To finish - I certainly agree that 'common sense' is no longer a widely traded currency. It never was much use in science, of course, since the universe doesn't seem to have arranged itself to fit our extremely limited and parochial notions of what makes sense.

I also agree that people, generally, are really crap at maths and therefore completely unable to intelligently dicuss, let alone critique, any theory in the physical sciences published over the last century. This is worrying and has led to a massive gap between the scientifically literate and the scientifically illiterate. To be incapable of algebra and basic calculus means that one is incapable of making much contribution to science - unfortunate but true. It really does seem that the universe is, at a really deep level, only describable using the language of maths. As a struggling autodidactic student of maths myself, I might wish it were otherwise, but it aint.

Answers? Nope, I'm still too busy running like mad to get a faint understanding of the questions.

* Yep - these are all real terms that people have used in dicussion with me here on Frih. ius never sure whether toi give them a chocolate and a pat on the head, smiling sadly at their relatives in condolence, or strike them forciblyand repeatedly around the skull area, whilst dressed in academic robes, in the hope that old Skinner's experiments might work on lesser intelligences as well as it did on rats, leading to the moron being behaviourally conditioned to stay away from academic institutions and staff. This latter method is attractive because it would, obviously, double the productivity of the physics department overnight....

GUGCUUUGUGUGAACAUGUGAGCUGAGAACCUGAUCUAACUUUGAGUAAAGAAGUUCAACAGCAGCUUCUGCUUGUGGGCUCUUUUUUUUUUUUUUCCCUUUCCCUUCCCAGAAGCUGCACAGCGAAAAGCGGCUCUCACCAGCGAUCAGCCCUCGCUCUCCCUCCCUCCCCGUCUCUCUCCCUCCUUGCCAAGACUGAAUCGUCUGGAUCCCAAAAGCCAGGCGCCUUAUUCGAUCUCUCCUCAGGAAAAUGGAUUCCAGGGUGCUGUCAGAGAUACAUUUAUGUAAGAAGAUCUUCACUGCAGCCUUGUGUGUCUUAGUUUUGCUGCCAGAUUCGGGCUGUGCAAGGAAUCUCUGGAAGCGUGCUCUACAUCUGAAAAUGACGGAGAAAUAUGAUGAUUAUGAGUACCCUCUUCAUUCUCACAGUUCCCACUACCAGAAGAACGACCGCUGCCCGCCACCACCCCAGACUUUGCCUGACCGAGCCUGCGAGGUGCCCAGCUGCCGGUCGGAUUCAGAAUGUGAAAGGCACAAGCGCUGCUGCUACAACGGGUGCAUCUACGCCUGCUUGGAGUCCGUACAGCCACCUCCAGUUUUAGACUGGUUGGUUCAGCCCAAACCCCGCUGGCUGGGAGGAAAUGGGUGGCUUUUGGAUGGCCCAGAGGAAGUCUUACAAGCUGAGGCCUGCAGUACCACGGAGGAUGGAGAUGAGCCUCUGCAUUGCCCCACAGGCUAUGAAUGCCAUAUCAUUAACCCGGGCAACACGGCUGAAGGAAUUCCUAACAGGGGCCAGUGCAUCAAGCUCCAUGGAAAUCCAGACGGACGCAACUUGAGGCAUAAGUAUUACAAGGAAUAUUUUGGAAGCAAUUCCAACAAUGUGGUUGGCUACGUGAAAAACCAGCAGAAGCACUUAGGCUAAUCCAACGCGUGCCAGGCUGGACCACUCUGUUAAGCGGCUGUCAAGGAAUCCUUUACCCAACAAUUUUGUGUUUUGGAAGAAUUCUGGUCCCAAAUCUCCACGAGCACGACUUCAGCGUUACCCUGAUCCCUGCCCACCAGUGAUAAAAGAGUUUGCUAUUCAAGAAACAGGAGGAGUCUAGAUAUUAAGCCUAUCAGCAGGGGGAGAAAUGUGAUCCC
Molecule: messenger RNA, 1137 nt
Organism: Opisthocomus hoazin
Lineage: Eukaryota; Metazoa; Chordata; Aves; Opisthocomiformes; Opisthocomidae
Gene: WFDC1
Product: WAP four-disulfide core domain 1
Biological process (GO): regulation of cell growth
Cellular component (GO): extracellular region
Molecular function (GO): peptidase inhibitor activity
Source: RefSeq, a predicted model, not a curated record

Bikerman on Thu Dec 22, 2011 1:57 am
Thanks for the great comments folks, especially Bikerman, I agree to a lot of your thoughts. I remember one of my managers long time ago was a master in participating in discussions while knowing just a little about the particular topic: he just grabbed the books we had been reading and read the table of contents only to pick up the right words to enter the discussion ...

I must say: physicist start to loose me. Whenever I read about all the theories about how the universe started, works, and might end I get real dizzy. In 2012 actually they try to find evidence of the existence of the Higgs-Bosom, the last type of particle in the Standard Model of Physics so far only announced thru theories. Will be an interesting year though !

deanhills, thanks for mentioning this writing competition. Indeed sounds interesting. Hopefully I find some time for it and also a good idea what to write.

With best regards ... Axel
amagard on Mon Dec 26, 2011 6:36 pm